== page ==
River water provides an essential cooling function for most thermoelectric power stations, but what effect does this have on the river and the species that live in it, and how far downstream do these impacts extend? To address these questions, Robert Stewart from the University of New Hampshire, US, and colleagues modelled the impact of thermoelectric power stations on rivers in the Northeastern US, a region with a high density of power plants. They combined a hydrology and water-temperature model with a thermoelectric power and thermal-pollution model to assess how the excess heat was distributed and what kind of impact this might have on local ecosystems.

Of the total heat generated by thermoelectric power stations in the Northeastern US between 2000 and 2010, the scientists found that one third (34.3%) was converted to electricity, while one quarter (25.9%) was dissipated by cooling towers, and a whopping 28.4% was transferred directly into rivers. Their findings are published in Environmental Research Letters (ERL).

The impact on rivers varied greatly and depended upon the location of the power plant along the river, the magnitude of the heat input and the local climate conditions. Power plants that were closer to the river mouth, such as those on the Hudson and Deleware rivers, had less of a thermal impact than plants situated far upstream, such as those on the Connecticut and Susquehanna rivers. "River-mouth locations are optimal in the sense that their heat impacts do not extend over significant river lengths before being diluted by tidal water," explained Stewart. Of course this location may not be such good news for marine species, but this was not something that the study investigated.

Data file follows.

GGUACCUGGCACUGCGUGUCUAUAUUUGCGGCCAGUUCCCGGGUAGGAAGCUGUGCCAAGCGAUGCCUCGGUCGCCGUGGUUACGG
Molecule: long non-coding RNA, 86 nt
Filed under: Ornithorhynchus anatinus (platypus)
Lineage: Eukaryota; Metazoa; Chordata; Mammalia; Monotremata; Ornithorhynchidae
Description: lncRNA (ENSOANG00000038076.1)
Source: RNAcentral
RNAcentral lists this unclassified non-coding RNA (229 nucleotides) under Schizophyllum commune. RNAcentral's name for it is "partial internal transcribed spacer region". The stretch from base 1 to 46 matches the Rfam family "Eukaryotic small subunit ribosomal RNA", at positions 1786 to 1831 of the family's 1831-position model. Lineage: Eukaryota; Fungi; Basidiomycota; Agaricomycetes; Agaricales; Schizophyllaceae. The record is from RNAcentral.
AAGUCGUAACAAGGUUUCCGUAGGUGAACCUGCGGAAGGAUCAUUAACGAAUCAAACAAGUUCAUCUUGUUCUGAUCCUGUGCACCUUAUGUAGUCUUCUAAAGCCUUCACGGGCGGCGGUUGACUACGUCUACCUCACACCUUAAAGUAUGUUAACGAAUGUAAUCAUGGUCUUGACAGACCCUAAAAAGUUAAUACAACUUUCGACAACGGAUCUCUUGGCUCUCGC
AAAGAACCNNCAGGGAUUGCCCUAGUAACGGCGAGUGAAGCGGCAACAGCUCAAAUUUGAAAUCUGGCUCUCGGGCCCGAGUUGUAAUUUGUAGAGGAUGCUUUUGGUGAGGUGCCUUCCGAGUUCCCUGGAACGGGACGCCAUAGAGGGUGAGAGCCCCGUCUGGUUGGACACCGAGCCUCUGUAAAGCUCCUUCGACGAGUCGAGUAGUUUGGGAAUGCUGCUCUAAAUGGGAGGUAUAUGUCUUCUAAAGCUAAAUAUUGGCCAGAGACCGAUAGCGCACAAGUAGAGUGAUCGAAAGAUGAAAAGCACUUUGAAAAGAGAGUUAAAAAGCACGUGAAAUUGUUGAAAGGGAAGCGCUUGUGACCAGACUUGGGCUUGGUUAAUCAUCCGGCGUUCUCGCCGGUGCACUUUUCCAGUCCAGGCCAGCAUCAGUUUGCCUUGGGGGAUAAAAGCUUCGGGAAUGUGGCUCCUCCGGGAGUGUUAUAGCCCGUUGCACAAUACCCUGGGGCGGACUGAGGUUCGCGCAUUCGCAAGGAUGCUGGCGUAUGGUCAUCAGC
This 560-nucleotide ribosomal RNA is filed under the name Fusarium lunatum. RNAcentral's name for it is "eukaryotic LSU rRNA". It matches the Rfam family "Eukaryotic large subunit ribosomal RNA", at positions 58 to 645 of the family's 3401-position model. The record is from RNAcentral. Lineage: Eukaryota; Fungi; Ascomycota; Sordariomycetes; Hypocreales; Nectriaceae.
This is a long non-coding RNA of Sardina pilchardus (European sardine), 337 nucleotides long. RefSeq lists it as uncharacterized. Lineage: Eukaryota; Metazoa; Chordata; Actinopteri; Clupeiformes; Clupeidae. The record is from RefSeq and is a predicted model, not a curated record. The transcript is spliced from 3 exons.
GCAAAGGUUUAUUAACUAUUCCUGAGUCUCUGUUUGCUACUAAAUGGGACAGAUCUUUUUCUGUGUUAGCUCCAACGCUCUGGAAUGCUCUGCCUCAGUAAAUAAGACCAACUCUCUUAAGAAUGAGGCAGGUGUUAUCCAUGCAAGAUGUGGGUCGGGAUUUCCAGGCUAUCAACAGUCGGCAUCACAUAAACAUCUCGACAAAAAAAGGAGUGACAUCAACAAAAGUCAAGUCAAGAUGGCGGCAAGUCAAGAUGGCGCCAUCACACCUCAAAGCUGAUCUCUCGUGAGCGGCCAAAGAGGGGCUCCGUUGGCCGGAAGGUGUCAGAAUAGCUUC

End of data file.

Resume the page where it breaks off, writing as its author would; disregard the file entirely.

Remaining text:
Increases to water temperature were greater in winter (because of the larger difference between ambient river-water temperature and effluent temperature), but stretched further down the river in summer, due to reduced efficiencies of the river system to re-equilibrate water temperatures during that period.

Perhaps counter intuitively, Stewart and his colleagues found that the thermal pollution has a greater impact on warm-water fish than cool-water species. "This is because conditions are already marginal for cool and cold-water species in this region's large rivers and these species find refuge in headwaters and low-order streams that do not receive power-plant effluent," he said.

The power-plant technology was also important. "Once-through cooling" (OTC) technologies had the most severe impacts because of the large amounts of waste heat that they discharge to rivers. "Re-circulating cooling towers" (RCC) consume significantly more water but have a lower thermal impact on the river because of the relatively cool temperature of the effluent they release. "The impacts these cooling technologies have on aquatic ecosystems are likely to be far more severe in regions that are less water-rich than our region of study, such as the Mediterranean," Stewart told environmentalresearchweb.

In a companion paper in the ERL Focus on Electricity, Water and Climate Connections, led by Ariel Miara of the City College of New York, the authors explored how increases in energy demand and changes to climate will impact thermoelectricity production and the rivers it relies on. "We found that projected changes to climate result in reduced river-water available for thermoelectricity operations during the summer period, when electricity demand is relatively high," said Stewart.

Based on their findings, Stewart and his colleagues think that it is time to take stock and consider the impact of power production on rivers and their ecosystems. "The full ancillary costs associated with relying on rivers to buffer heat loads from power plants should be considered when deciding how to meet future energy demands," he said.

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